In mid- to late-summer, we often get the questions: “What kind of fruit is this?” and “Is it edible?” To identify a fruit, it is helpful to know both plant and fruit characteristics: Woody or herbaceous plant? Vining or upright? Do the leaves attach to the stem opposite each other (i.e., paired), or do they alternate from one side of the stem to the other? What size and color are the fruit? Is each fruit’s stem attached directly to the twig, or are they in a cluster that attaches to the twig? And, one question I find often helpful in distinguishing among smaller fruits, does it have a single pit, or are there several seed in each fruit?
Low temperatures during the early morning hours of May 9–11, 2020 may have had detrimental effects on winter wheat in some areas of South Dakota. However, cooler spring temperatures that have slowed the winter wheat development this year may have actually been beneficial to S.D. producers, as later-maturing wheat is not as susceptible to injury from freezing temperatures.
The most common type of pea in American gardens is the shelling pea, also called the “garden pea” or “English pea.” Tender, sweet peas are removed from thin, tough pods before eating.
Snap beans, also called “green beans” or “string beans” (although most modern varieties do not have strings) are harvested when the pods contain immature seeds, and the pods are still succulent.
May 22, 2020
One of the many challenges producers face each year is weed control. Leafy spurge, in particular, can be difficult to manage.
While research has shown that pollinators, specifically honey bees, can’t survive on dandelion pollen alone, this doesn’t mean that the dandelions aren’t still important for pollinators.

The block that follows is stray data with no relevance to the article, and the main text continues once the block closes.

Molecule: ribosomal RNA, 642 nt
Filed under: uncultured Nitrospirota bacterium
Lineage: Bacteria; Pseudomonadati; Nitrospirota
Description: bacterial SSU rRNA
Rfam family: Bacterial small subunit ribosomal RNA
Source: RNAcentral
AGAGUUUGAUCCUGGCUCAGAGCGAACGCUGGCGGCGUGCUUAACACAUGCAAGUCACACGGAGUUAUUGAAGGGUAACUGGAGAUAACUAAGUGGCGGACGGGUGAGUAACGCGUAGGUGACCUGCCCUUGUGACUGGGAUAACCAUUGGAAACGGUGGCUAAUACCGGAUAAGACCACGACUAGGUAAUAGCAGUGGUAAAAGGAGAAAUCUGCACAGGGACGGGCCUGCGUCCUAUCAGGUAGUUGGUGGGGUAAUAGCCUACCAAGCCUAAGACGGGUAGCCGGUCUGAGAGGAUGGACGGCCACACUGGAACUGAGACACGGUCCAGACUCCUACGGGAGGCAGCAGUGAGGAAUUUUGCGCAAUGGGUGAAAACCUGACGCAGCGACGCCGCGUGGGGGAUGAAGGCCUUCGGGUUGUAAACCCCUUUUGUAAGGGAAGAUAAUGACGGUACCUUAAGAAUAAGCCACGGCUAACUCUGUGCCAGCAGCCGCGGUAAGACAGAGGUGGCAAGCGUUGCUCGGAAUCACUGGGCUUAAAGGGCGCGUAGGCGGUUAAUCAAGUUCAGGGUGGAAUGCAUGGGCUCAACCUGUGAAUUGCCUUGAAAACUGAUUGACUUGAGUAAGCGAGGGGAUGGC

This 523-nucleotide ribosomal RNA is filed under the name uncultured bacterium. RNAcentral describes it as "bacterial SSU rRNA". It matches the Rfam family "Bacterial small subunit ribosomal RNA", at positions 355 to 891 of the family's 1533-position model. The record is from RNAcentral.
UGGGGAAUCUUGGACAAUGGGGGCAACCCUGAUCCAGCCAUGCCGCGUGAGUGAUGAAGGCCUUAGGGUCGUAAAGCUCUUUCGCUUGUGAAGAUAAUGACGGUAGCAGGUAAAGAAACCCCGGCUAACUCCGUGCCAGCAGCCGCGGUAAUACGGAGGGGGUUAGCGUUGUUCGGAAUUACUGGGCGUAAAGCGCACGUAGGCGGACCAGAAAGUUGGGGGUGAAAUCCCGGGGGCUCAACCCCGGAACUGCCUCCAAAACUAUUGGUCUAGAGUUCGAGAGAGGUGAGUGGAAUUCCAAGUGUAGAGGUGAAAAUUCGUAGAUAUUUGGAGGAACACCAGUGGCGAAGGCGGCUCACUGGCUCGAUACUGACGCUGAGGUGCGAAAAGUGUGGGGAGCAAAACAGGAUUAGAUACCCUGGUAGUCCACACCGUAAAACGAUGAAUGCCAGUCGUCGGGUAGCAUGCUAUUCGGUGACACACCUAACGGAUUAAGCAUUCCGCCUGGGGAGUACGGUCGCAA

Tan spot and powdery mildew as well as barley yellow dwarf were found developing at low levels in winter wheat fields scouted the week of May 24, 2020.
Smut is a fungal disease that can attack the leaves, stalks, tassels, silks and cobs. While many fungal diseases cause spots on the leaves or stems, smut is much more flamboyant.
When considering weed control in tree plantings, the focus is generally placed on the control of herbaceous vegetation (grasses and forbs), particularly during the establishment phase. This focus is appropriate since control of herbaceous weeds is generally critical to establish a successful planting. As these plantings mature, providing perching sites for birds, another weed problem develops – the establishment of competing woody vegetation. These woody weeds are often left unchecked for many years because they look “natural” in a windbreak or other area of trees.